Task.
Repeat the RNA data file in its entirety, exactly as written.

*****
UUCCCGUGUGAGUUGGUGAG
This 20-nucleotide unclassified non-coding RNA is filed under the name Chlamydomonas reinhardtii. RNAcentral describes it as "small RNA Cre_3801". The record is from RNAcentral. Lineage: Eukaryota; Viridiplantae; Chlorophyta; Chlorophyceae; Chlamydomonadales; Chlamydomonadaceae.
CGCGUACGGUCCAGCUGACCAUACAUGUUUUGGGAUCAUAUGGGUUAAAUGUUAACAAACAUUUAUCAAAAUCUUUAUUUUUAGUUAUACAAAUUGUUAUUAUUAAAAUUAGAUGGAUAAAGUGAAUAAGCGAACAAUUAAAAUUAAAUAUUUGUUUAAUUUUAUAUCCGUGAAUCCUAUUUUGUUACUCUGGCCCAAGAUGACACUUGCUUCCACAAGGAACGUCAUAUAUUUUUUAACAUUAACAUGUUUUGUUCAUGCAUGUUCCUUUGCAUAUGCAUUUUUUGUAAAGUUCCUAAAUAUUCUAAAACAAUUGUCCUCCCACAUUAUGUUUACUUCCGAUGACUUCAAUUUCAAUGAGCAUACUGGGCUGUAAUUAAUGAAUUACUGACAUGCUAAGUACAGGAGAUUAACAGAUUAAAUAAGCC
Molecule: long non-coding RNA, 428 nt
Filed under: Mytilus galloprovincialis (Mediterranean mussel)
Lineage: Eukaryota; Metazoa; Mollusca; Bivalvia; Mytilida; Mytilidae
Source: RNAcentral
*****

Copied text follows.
UUCCCGUGUGAGUUGGUGAG
This 20-nucleotide unclassified non-coding RNA is filed under the name Chlamydomonas reinhardtii. RNAcentral describes it as "small RNA Cre_3801". The record is from RNAcentral. Lineage: Eukaryota; Viridiplantae; Chlorophyta; Chlorophyceae; Chlamydomonadales; Chlamydomonadaceae.
CGCGUACGGUCCAGCUGACCAUACAUGUUUUGGGAUCAUAUGGGUUAAAUGUUAACAAACAUUUAUCAAAAUCUUUAUUUUUAGUUAUACAAAUUGUUAUUAUUAAAAUUAGAUGGAUAAAGUGAAUAAGCGAACAAUUAAAAUUAAAUAUUUGUUUAAUUUUAUAUCCGUGAAUCCUAUUUUGUUACUCUGGCCCAAGAUGACACUUGCUUCCACAAGGAACGUCAUAUAUUUUUUAACAUUAACAUGUUUUGUUCAUGCAUGUUCCUUUGCAUAUGCAUUUUUUGUAAAGUUCCUAAAUAUUCUAAAACAAUUGUCCUCCCACAUUAUGUUUACUUCCGAUGACUUCAAUUUCAAUGAGCAUACUGGGCUGUAAUUAAUGAAUUACUGACAUGCUAAGUACAGGAGAUUAACAGAUUAAAUAAGCC
Molecule: long non-coding RNA, 428 nt
Filed under: Mytilus galloprovincialis (Mediterranean mussel)
Lineage: Eukaryota; Metazoa; Mollusca; Bivalvia; Mytilida; Mytilidae
Source: RNAcentral